Friday, May 08, 2009

April Household Employment Jumps by +120,000

It won't receive as much attention as the nonfarm payroll employment data (-563,000 jobs), but the more comprehensive measure of employment (household data) showed an increase of 120,000 jobs in April (see Tables A and A-1 in today's report) to 141,007,000. As the chart above shows, April marked the first monthly job gain in a year, and follows 11 consecutive months of job losses.

Update on the difference between payroll and household employment: "Both the payroll and household surveys are needed for a complete picture of the labor market. The payroll survey provides a highly reliable gauge of monthly change in nonfarm payroll employment. The household survey provides a broader picture of employment including agriculture and the self employed." Read more here from the BLS.

10 Comments:

At 5/08/2009 10:50 AM, Anonymous Anonymous said...

The threshold for a statistically significant change in the household survey is about 400,000. The supposed green shoot is a wilted weed.

There have been no private nonfarm net payroll jobs created this decade. Zip.Zilch.Nada. Chart is here. It's unbelievable how poorly the labor market has performed since the millennium.

Light up that green shoot in your pipe but don't inhale.

 
At 5/08/2009 11:02 AM, Anonymous gettingrational said...

If you reference Table B-1 of the report it shows that almost all employment gains are government and healthcare employees. I admit to being a poor detail person but it appears that the administration can take credit for employment gains and GDP gains (healthcare expenditures) by consistently running up more deficits. Let us all push to rebuild the private sector and stop this charade.

 
At 5/08/2009 11:17 AM, Anonymous richard said...

Mark,

Maybe a dumb question from an amteur like me, but what is the difference between household data and nonfarm payroll employment data?

Thanks

 
At 5/08/2009 12:32 PM, Blogger Dennis said...

Mr. Perry, this is quite an interesting way of looking at today's data. That's what I love about data and a certain subset of academic economists. There's always hope. What I have seen is nothing more than pure disaster. But you've found the golden nugget. Truly this is genius...

 
At 5/08/2009 1:40 PM, Anonymous Anonymous said...

Wow! Based on all the gloom here, I must be seeing different economic data than everyone else. Almost all of what I'm seeing across the economic spectrum is showing either outright improvement or, at the very least, things not getting worse. Am I missing something?

BTW, Anonymous: every time I click on your chart link, I get a message saying, "The webpage cannot be found." Are you sure your chart even exists, or are you taking a few hits of those green shoots yourself? ;^)

 
At 5/08/2009 2:01 PM, Anonymous EJ said...

Richard,

"what is the difference between household data and nonfarm payroll employment data?"

They are just two different surveys. The paroll survey has larger sample and therefore has less variance and more accuracy, but only measures jobs at employers (its a survey of payrolls). This is whewre the jobs number comes from. The household survey has a smaller sample size and it therefore more variable but it sureys households so it picks up self employed people. This is also the surbey where the unemployment rate comes from. So the two different surveys is why in a given month you sometimes have the "jobs" number going one way and the unemployment rate going the other way - because they come from different surveys with different margins of error.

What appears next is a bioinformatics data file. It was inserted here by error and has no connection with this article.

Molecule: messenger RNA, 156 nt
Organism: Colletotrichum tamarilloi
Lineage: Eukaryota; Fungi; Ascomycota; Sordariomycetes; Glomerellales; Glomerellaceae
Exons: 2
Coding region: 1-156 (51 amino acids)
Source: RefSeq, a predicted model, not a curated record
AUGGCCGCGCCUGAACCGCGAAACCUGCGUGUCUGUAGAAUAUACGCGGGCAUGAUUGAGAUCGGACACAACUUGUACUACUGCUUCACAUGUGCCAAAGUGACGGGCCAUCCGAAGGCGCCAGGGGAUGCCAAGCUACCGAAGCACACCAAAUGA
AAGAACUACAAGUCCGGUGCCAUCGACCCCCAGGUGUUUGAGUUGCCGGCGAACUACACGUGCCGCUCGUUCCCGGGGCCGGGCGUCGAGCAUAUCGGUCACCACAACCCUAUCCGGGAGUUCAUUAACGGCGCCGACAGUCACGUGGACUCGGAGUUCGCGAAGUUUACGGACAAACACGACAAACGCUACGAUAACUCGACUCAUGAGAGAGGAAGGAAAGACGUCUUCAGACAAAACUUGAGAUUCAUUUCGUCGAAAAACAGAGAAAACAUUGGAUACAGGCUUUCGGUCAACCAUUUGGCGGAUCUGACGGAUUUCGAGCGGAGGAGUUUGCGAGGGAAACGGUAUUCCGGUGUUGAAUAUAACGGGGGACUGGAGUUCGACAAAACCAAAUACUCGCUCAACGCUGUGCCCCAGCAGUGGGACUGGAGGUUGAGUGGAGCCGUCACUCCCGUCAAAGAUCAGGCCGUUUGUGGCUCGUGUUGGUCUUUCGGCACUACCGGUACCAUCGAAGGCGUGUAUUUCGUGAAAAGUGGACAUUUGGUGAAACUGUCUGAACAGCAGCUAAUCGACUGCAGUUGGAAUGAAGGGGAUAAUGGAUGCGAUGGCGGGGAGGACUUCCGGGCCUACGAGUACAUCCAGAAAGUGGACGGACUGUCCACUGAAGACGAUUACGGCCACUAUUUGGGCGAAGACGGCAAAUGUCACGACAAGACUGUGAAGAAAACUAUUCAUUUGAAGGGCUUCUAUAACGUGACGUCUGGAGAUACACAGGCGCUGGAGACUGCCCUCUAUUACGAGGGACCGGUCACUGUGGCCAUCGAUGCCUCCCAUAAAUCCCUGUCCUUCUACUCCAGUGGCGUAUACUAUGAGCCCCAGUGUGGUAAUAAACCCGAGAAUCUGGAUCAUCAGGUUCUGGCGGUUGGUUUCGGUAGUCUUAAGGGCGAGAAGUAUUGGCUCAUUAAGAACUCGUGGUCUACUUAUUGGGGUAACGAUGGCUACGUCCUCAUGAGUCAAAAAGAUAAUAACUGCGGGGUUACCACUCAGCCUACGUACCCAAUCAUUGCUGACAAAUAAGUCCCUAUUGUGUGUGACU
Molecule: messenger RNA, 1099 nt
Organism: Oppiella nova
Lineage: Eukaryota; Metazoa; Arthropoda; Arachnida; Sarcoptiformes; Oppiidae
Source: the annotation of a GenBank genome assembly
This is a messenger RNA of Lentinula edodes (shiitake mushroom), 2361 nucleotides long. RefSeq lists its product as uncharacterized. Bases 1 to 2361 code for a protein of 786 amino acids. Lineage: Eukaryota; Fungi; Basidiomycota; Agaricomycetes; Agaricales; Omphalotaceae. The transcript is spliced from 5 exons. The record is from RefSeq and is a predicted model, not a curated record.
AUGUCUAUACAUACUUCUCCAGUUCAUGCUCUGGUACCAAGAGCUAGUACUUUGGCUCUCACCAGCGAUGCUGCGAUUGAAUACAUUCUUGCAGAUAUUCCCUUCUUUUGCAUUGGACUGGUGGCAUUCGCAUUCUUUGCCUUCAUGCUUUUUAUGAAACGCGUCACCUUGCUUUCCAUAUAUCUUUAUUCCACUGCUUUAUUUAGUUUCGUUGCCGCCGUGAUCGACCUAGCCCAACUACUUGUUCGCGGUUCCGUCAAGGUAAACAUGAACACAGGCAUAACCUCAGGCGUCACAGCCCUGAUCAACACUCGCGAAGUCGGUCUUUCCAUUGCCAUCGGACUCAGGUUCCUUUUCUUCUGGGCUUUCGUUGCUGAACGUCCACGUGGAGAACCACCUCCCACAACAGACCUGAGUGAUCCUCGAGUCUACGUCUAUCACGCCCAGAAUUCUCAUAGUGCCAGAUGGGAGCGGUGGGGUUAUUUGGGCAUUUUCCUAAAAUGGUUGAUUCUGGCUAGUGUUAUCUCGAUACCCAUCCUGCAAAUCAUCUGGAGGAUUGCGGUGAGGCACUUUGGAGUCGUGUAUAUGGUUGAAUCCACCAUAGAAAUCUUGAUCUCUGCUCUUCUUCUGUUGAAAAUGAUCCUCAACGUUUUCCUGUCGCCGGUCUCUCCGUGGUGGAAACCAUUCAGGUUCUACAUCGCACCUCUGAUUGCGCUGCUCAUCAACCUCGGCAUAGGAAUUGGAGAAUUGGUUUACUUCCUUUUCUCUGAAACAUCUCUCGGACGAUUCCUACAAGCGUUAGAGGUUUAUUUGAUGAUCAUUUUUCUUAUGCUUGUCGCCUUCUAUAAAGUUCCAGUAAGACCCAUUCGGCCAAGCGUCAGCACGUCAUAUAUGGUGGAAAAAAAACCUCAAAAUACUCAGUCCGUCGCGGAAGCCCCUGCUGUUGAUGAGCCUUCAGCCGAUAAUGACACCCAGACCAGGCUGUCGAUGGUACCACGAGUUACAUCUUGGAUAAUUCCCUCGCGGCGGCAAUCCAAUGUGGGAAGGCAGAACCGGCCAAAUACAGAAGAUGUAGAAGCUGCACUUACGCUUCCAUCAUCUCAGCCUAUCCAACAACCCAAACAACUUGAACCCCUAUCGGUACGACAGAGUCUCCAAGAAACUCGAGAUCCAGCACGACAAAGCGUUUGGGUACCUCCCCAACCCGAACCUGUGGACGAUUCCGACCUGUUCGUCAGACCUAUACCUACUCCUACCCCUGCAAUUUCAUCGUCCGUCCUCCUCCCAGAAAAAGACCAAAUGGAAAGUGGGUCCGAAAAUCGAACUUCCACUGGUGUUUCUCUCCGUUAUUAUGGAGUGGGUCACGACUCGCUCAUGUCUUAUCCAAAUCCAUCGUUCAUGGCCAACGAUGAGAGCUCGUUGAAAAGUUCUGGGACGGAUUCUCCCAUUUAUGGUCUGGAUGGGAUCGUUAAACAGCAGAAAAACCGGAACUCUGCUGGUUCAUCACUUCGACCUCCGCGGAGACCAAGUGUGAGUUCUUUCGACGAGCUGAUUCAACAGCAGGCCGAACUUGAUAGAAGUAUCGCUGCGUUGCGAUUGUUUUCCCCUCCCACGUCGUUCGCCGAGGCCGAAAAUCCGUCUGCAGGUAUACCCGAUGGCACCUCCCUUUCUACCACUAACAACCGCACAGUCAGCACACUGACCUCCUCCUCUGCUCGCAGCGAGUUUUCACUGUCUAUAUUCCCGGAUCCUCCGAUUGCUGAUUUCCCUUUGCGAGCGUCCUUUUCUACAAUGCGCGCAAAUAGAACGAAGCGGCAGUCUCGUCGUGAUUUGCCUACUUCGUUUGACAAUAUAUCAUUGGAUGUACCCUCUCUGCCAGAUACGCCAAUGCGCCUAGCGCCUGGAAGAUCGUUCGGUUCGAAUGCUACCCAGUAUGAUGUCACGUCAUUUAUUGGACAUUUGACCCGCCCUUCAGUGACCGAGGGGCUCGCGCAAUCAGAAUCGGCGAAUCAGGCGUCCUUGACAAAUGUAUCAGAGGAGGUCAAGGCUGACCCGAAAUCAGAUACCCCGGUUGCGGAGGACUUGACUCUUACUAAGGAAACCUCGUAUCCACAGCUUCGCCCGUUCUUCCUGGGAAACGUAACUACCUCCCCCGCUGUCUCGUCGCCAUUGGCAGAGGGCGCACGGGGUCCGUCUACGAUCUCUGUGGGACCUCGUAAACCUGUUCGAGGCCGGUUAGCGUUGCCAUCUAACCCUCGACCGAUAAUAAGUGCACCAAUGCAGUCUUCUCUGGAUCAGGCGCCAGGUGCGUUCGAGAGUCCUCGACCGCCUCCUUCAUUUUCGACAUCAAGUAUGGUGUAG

At 5/08/2009 5:01 PM, Anonymous Anonymous said...

I must be seeing different economic data than everyone else.Anecdote is not data.

Are you sure your chart even exists, or are you taking a few hits of those green shoots yourself?The only bong hits inhaled on this blog are by the blogger himself. And I warned him not to inhale the stinky household survey data weed. :-)

It does seem to be a funky link. Plug and play here with the BLS data to satisfy your curiousity and maybe you can link it back yourself.

BTW, this is now officially the worst post-WWII recession as measured by cumulative decline in nonfarm payroll employment. You could plug and play here.

 
At 5/08/2009 6:56 PM, Anonymous Anonymous said...

10:50am anonymous:

Since the baby boomers are retiring, wouldn't we expect to see a levelling off of laborers? Isn't this the problem behind the entitlements, that for the foreseeable future, the population is growing, but the labor pool isn't?

 
At 5/08/2009 7:33 PM, Blogger 1 said...

"There have been no private nonfarm net payroll jobs created this decade. Zip.Zilch.Nada. Chart is here. It's unbelievable how poorly the labor market has performed since the millennium"...

Well here's your chance to hire a people and change some of that...

Sadly though if one looks at federal, state, and local governments, theyre not suffering much in the way of job loss...

Gotta love that socialism...:-(

 
At 5/17/2010 5:02 AM, Anonymous suvie said...

Adding in a synchronized global recession harming exports gives a double-barreled shot.
The 2008 recession began 7 years after the 2001 capital goods recession,
so there were plenty of excesses just in those 7 years to work off.
So much of life is cyclical. If we pull together and follow Barry’s advice above to preserve
the system but remember that what are being called “banks” in this debate are very large
holding companies that own as part of their holdings depository institutions (real banks),
then we won’t cry if the holding companies vanish.

As a graphic design firm, we have to deal with over-seas designers,
bid-based design websites, templates, low-ballers, and all kinds of economic competition.
We respond by offering our years of expertise,
working more efficiently, and keeping our prices reasonable.

 

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